"Empty"
    }
  }

  def deserializeTwitter(tweet: Array[Byte]): GenericRecord = {
    try {
      val reader = new GenericDatumReader[GenericRecord](tweetSchema)
      val decoder = DecoderFactory.get.binaryDecoder(tweet, null)
      reader.read(null, decoder)
    } catch {
        case e: Exception => None;
        null;
      }
    }
  }
// scalastyle:on println

build.sbt

name := "KafkaConsumer"
version := "1.0"
scalaVersion := "2.10.6"
jarName in assembly := "kafkaconsumer.jar"
libraryDependencies  += "org.apache.spark" % "spark-core_2.10" % "1.6.0" % "provided"
libraryDependencies  += "org.apache.spark" % "spark-sql_2.10" % "1.6.0" % "provided"
libraryDependencies  += "org.apache.spark" % "spark-streaming_2.10" % "1.6.0" % "provided"
libraryDependencies  += "com.databricks" %% "spark-avro" % "2.0.1"
libraryDependencies  += "org.apache.avro" % "avro" % "1.7.6" % "provided"
libraryDependencies  += "org.apache.spark" % "spark-streaming-kafka_2.10" % "1.6.0"
libraryDependencies  += "org.codehaus.jackson" % "jackson-mapper-asl" % "1.9.13"
libraryDependencies  += "com.google.code.gson" % "gson" % "2.3"

mergeStrategy in assembly := {
  case m if m.toLowerCase.endsWith("manifest.mf")          => MergeStrategy.discard
  case m if m.toLowerCase.matches("meta-inf.*\\.sf$")      => MergeStrategy.discard
  case "log4j.properties"                                  => MergeStrategy.discard
  case m if m.toLowerCase.startsWith("meta-inf/services/") => MergeStrategy.filterDistinctLines
  case "reference.conf"                                    => MergeStrategy.concat
  case _                                                  => MergeStrategy.first
}



18,011 Views
Comments
New Contributor

Thanks Timothy for this great article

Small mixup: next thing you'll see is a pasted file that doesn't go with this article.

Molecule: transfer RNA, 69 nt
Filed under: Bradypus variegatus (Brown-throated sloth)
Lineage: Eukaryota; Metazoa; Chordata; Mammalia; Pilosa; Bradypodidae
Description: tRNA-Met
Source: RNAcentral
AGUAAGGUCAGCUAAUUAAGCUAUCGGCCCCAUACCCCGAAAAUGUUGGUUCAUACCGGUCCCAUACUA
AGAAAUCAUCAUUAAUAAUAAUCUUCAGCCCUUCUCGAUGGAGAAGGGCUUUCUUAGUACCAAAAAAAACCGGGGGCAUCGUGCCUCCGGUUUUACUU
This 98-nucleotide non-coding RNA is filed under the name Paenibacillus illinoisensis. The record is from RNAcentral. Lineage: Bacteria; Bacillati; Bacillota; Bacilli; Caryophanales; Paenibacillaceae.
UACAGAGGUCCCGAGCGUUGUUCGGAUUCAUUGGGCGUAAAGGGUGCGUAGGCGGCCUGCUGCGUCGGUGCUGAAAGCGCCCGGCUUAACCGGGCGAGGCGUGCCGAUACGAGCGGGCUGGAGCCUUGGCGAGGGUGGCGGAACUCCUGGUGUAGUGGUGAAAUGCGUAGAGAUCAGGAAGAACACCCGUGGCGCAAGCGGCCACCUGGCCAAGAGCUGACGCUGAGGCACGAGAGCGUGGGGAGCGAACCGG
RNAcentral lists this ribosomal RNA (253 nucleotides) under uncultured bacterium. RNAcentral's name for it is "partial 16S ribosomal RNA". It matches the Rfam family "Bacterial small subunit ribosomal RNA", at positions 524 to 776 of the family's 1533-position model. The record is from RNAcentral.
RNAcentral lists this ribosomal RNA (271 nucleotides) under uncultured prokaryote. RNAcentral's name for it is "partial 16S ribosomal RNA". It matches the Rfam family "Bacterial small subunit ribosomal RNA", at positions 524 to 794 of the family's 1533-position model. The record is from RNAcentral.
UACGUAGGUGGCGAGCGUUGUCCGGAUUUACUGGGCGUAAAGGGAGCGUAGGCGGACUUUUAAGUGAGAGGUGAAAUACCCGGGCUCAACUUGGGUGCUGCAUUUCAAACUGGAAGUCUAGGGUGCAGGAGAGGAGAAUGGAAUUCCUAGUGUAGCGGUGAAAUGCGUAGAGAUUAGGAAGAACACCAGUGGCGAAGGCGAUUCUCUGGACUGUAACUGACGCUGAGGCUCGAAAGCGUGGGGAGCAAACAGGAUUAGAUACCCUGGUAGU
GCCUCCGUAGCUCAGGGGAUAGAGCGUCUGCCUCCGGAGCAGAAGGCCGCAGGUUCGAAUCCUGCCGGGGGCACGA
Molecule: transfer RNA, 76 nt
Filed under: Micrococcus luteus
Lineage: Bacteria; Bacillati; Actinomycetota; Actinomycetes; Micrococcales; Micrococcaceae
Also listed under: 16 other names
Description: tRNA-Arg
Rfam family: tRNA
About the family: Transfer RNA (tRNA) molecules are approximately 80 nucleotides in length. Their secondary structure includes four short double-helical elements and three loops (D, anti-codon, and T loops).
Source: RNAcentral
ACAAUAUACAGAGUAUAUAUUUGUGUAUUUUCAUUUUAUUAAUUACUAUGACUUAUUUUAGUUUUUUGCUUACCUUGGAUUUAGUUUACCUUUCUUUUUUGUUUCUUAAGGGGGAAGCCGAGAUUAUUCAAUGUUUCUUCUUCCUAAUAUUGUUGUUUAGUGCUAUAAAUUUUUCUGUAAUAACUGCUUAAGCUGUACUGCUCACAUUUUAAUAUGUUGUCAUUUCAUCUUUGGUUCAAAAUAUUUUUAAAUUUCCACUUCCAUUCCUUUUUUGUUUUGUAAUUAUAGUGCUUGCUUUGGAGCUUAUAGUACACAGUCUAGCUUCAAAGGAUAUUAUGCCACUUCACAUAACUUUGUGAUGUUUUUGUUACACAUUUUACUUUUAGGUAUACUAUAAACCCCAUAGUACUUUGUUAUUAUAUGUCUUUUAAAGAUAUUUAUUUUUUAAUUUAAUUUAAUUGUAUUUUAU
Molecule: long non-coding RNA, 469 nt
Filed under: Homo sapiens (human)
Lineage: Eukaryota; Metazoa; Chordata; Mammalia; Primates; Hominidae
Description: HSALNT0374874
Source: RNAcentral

Are you aware of any method to go directly from the RDD of KafkaAvroDecoder output objects to a Spark Dataframe or Dataset specifying an Avro read schema?

Stefano

Super Guru

It looks like you have to wait for Spark 2.0 with structured streaming

New Contributor

Hi,

i'm writing code on zepplin, could you please tell how can I see the output or the final string that has been converted from my AVRO message?? Also,I am not able to see file in any format in my hdfs, what is the location where df1 is stored?

thanks a lot for this code!!!!

New Contributor

where are these dataframes saved!!

Super Guru

once you do a write (df1.write.format("orc").mode(org.) it will save it to an HDFS or local directory depending if you have hadoop enabled. it will create it under the running user like /root/<your name> or under a spark user directory if that was created. it doesn't hurt to put in a full path for the write like /mystuff/awesome.

To read an AVRO file, use the avro tools see here: https://github.com/airisdata/avroparquet

Super Guru

put in a full path, for me running in hadoop it is saved to HDFS, see below.

if you are running standalone not compiled with hadoop, it will store to a local file system, probably /<YOURCURRENTUSER>/something or /tmp check the spark history UI

Explorer

Hi Timothy thanks for this detailed article , we have a avro schema which is very long (116 lines) so using schema builder to build the entire schema may not be best option in our case, Could you please guide us on how can i approach this our aim is to read avro messages from kafka and convert them to json and write to a datasource also i posted the question for the same https://community.hortonworks.com/questions/61827/read-avro-messages-consumed-using-spark-streaming....

New Contributor

Thanks for the very useful article. I am getting the below when trying to compile.

constructor cannot be instantiated to expected type; found : (T1, T2) required: org.apache.kafka.clients.consumer.ConsumerRecord[String,Array[Byte]] [ERROR] val rdd2 = rdd.map { case (k, v) => parseAVROToString(v) }

Did anybody face this issue? Thanks.